Like a magical chant, we’re saying: “Hope rises for a strong El Niño.” Again and again.
Last year, we hoped for it. Big time. In 2013, there was no Niño, but we were hoping with gusto in 2012. Maybe El Niño would bring lots of winter storms to California.
But there has been no magic here. Winter has been stingy with storms over the last four years. The high school graduating class of 2015 here hasn’t seen a good winter since eighth grade.
So why are there so many news stories out there right now about the latest El Niño? Because climatologists are saying the shallow blob of warm water in the Pacific Ocean is a little different this year.
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It appears to be building into something bigger. Meteorologists are seeing a connection to the big rains and floods in Texas, and perhaps hurricane season will be a little milder. In Canada, experts are blaming it for early wildfires. How strong is this thing right now?
“El Niño is about as strong as it can get in spring,” says climatologist Nicholas Bond of the National Oceanic and Atmospheric Administration’s Pacific Marine Environmental Laboratory in Seattle.
That could be the reason why the latest news stories are mentioning the two most powerful El Niño years on record — 1982-83 and 1997-98. Record rain and snow pummeled many parts of the state in those years.
But if you listen closely to researchers like Bond, you’ll understand why most meteorologists are not talking about those years.
The models show El Niño might taper off toward the end of this year, Bond says. Tapering off means lower chances of a gully-washing season, and it probably won’t be as memorable as the two most powerful years.
“Usually with El Niño, the biggest increase in precipitation comes after the first of the year,” says Bond. “But the odds do favor a normal winter for California.”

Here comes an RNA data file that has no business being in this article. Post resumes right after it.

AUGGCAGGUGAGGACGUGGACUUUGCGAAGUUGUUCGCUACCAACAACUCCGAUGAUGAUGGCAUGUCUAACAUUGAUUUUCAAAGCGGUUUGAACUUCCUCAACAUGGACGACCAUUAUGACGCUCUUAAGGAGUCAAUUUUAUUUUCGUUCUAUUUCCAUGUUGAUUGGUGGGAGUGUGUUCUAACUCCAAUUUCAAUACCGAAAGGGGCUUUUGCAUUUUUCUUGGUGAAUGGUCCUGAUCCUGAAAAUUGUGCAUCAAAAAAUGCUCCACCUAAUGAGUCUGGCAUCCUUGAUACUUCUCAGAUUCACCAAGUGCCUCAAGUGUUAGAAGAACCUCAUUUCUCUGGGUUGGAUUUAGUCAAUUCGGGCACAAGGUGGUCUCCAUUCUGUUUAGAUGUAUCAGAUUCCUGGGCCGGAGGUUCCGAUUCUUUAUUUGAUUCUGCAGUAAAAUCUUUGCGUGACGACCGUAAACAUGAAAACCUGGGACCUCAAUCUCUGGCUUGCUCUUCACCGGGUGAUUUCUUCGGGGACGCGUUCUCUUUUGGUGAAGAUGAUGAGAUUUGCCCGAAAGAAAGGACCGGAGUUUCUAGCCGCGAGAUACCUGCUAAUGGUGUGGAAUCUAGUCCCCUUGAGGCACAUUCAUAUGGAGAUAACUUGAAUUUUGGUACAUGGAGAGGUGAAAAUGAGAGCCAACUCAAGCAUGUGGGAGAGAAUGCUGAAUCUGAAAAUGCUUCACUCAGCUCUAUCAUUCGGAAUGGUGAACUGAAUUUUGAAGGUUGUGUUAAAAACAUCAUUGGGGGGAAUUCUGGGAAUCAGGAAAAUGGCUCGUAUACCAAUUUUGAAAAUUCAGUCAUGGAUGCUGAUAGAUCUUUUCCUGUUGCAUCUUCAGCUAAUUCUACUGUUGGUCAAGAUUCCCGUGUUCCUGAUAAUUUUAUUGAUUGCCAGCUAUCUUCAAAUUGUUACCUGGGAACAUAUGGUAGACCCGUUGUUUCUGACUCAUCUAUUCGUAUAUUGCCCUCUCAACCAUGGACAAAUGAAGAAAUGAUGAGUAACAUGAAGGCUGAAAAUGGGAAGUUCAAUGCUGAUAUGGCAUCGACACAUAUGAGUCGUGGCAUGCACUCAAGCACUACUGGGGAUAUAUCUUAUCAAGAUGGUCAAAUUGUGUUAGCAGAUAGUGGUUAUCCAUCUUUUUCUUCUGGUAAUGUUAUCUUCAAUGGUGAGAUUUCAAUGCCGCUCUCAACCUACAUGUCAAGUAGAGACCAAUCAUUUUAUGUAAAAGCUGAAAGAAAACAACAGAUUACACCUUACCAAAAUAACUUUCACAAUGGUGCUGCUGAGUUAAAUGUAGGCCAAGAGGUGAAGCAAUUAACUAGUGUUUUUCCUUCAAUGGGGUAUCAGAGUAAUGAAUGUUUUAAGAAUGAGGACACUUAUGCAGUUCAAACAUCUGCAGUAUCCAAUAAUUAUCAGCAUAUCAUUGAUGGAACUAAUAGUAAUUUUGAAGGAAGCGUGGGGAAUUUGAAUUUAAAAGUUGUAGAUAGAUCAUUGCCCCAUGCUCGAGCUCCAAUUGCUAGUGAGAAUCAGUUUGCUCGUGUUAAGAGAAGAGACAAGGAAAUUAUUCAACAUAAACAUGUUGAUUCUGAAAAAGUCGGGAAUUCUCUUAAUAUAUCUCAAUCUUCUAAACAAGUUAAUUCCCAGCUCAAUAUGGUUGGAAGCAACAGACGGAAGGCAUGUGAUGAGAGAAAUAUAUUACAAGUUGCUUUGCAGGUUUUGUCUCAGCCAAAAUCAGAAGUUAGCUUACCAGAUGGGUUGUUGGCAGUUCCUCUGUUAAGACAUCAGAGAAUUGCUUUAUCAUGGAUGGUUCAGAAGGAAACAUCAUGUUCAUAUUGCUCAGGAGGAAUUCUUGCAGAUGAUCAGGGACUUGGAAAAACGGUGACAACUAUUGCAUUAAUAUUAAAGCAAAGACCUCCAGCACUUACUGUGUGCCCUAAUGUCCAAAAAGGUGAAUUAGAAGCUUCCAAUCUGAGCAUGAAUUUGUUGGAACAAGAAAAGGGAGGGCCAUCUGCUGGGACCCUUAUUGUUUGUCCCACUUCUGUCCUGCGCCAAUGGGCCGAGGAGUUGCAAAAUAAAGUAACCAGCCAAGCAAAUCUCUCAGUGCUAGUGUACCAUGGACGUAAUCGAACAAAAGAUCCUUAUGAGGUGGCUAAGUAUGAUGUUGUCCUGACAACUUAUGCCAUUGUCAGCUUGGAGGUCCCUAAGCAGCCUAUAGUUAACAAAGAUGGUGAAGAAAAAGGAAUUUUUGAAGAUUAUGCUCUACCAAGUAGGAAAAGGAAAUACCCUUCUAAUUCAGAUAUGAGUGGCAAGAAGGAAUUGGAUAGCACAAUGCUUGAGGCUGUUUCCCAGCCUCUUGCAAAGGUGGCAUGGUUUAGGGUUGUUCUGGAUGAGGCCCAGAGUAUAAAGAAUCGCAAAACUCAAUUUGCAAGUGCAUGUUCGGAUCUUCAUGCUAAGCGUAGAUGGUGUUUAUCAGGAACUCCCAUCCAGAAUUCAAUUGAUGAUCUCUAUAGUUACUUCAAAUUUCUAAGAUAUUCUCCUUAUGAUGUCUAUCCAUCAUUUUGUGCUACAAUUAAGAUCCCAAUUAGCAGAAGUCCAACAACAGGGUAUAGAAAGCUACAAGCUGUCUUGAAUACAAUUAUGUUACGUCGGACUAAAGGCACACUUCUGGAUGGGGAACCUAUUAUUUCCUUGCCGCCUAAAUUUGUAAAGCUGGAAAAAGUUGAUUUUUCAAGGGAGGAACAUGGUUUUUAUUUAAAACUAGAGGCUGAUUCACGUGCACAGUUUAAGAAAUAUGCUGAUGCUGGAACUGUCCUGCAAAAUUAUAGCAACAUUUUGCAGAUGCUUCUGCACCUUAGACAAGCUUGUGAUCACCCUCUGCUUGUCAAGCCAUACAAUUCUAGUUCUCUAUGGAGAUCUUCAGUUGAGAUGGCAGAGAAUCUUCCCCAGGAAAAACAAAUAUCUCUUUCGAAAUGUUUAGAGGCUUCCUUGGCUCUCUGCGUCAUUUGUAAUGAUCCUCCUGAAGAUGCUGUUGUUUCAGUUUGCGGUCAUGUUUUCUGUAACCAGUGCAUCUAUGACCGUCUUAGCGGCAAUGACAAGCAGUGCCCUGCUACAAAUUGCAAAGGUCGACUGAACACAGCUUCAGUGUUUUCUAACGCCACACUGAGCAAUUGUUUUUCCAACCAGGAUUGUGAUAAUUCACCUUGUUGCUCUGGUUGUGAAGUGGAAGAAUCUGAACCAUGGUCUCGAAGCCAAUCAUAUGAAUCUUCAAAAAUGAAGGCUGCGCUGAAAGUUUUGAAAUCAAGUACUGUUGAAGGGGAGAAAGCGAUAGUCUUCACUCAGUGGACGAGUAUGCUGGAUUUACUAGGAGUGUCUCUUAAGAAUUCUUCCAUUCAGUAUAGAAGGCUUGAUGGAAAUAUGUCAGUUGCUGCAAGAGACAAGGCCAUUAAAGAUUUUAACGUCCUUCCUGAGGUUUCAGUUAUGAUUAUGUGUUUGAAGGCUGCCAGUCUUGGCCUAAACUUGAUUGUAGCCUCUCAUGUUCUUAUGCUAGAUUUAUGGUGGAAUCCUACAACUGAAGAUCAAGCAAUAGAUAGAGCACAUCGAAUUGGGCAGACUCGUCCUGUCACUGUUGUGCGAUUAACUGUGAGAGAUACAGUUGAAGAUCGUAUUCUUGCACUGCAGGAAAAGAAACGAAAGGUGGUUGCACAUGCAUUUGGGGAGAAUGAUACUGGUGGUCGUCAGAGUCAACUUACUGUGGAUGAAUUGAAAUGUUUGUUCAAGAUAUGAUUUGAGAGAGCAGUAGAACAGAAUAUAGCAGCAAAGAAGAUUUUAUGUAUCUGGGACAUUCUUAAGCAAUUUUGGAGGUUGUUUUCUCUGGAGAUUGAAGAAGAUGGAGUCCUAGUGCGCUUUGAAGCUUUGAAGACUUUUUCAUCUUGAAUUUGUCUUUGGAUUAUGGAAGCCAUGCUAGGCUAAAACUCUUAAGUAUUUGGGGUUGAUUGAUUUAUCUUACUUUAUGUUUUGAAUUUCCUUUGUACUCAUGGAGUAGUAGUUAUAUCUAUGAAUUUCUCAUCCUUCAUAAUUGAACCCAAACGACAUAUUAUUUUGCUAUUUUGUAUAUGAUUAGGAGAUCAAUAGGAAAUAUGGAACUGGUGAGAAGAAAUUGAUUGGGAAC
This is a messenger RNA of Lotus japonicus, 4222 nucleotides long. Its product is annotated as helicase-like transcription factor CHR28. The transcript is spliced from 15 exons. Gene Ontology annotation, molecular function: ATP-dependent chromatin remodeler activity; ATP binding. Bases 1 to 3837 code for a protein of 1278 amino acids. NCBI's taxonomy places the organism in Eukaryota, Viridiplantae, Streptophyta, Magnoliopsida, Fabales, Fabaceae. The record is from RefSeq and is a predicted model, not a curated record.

In other words, timing matters. So does temperature of the water. The warmer the water, the stronger El Niño. Last year was a weak one. This year, it’s looking moderate with a chance to be strong.
Two of those years had big rain — 1968-69 and 1994-95. Fresno had nearly 23 inches in 1968-69 and 19 inches in 1994-95. The seasons rank second and fourth on record for Fresno. The city’s average is about 11.5 inches.
Another consulting meteorologist, Evan Shipp of Fresno, says he sees uncertainty in the forecast right now. Predictions of ocean temperatures are “all over the place in the numerous models available,” he says.
Looking through the data, he says the Pacific has a great amount of heat because warm temperatures extend deeper below the surface. That could mean average to above average winter precipitation, he says.
Does that sound like hope? Maybe, but Shipp hedges his bet, as any good meteorologist does.
“Last winter’s El Niño fizzled after the models predicted it would strengthen,” he says.
Yes, how well we remember.